How To Get A Job: A True Story (Part 1)

In the past, when people asked me for advice on how to go about getting their dream job, I would look off into the distance and appear reflective. Really, I was likely recalculating the exact age difference between Padma Lakshmi and her billionaire baby daddy (I'm good with timelines) or deciding what I was going to order for dinner that night (I take a long time ordering off menus, so like to plan in advance). When I would eventually refocus on the dream-job question at hand and answer, I'd say vague and unhelpful things like, "That's a good question!" and, "Why not pick up a book about how to do it?" or, "Networking is important!" This was the extent of my contribution to the future dream-job holders of America.

Now, however, that has all changed.

Thanks to one amazing email I got a few months back, I now can point to the perfect template of how to go about pitching yourself for a job you want (in email form, at least). Let's look at the actual email I received, and then I'll break down why it works so well:

To Claire,

I want to work for you and here is why:

  1. I have worked for numerous organizations such as Kiva, XXX and XXX (all huge organizations you've heard of) and want to work on the platform that helps promote the causes that I like fighting for.
  2. I love social media such and believe in harnessing the power of marketing to use for good.
  3. I have read Twitter for Good and follow your blog and that should count for something.
  4. My undergraduate degree in Business Marketing and my graduate degree in International Relations means I am not a slacker. I have gone to school, worked and interned all at the same time and can handle many different tasks thrown at me.
  5. I am sure you work a million hours a week and need help... that's where I come in. You must need an assistant, helper, and/or motivator, whatever. I can do all of those things and more.

Here is what we have in common:

  1. We both have bangs... you can always trust someone with bangs.
  2. We both have traveled throughout East Africa, you starting your own nonprofit in Kenya and me as a fellow in Uganda for Kiva.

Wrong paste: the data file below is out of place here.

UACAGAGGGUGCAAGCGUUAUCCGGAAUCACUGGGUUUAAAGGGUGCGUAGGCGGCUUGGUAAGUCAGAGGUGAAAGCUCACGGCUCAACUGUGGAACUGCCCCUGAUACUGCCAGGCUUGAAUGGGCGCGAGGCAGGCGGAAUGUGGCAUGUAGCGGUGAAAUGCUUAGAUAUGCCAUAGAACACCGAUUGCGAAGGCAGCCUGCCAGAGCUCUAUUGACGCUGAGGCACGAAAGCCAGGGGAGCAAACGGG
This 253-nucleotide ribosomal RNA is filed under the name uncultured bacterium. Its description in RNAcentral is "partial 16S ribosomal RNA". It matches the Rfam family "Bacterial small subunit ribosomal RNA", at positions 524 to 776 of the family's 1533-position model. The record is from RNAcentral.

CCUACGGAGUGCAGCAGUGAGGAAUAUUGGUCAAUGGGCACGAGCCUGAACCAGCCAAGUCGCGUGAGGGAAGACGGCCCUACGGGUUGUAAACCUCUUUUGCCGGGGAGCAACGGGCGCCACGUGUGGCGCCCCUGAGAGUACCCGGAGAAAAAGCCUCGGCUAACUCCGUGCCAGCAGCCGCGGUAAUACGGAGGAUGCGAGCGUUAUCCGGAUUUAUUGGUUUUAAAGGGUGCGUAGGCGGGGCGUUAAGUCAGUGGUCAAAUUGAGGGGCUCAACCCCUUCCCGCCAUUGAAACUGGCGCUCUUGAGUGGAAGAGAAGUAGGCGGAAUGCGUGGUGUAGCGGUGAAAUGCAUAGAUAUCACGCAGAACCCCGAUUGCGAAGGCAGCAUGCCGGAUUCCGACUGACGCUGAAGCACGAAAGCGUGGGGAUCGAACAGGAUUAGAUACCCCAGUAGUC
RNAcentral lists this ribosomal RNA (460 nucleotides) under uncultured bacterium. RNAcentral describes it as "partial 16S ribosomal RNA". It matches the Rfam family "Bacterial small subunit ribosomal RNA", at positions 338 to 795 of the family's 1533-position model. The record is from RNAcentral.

3. We tweet for good. You tweet tips for organizations and I follow those tips and implement them at organizations. I have been the primary Twitter contributor for XXX for the past three months and increased the followers by 800-2,000 per week.
  4. We both love a good poncho, ballet flats, chai tea, the real housewives, brie and people with calming voices according to your new favorite things part on your website. I promise I am not a stalker but I just love the idea of social innovation with the idea of using social media to spotlight the organizations that are changing the world.

If you are interested in any of this or have any ideas on where I can share my enthusiasm for nonprofits and social media, please let me know. Any help would be GREATLY APPRECIATED!!! Just for good measure I have attached my resume and a recent letter of recommendation.

Thanks for your time,


That was good, wasn't it? Let's break down the top reasons why this email worked so well:

  1. She got to the point immediately. Notice the first line: "I want to work for you and here is why." By not beating around the bush, she has avoided the number-one most annoying aspect of most email pitches people send: the 400-word, extensive background paragraph before you get to the Ask. The next time you're sending an email asking something, put the Ask first. Edit out the background paragraph, or include it at the end if you absolutely must.

  • She found similarities we have and talked about them. Specifically, she poured over my Favorite Things list and found some great commonalities. As she said, "We both love a good poncho, ballet flats, chai tea, the real housewives, brie and people with calming voices." She is right, and this makes me like her so much more.
  • She was funny. Saying things like "I read your blog and that should count for something" and "I promise I'm not a stalker" are ballsy. But they work. Well.
  • She wrote well. I've said it before, and I'll say it again: I am surrounded in my world my people who don't speak English as their first language. I am used to the people I love most saying things like, "Siri, where I am?" and, "Where are the fishes?" That said, I like me some witty English, especially in a job pitch. If you happen to share a mother tongue with your prospective employer or pitch receiver, flaunt that stuff.
  • In sum, she did good. Real good.

    And although I didn't exactly give her a job as a result of this amazing email, the real story of what happened next was far more interesting.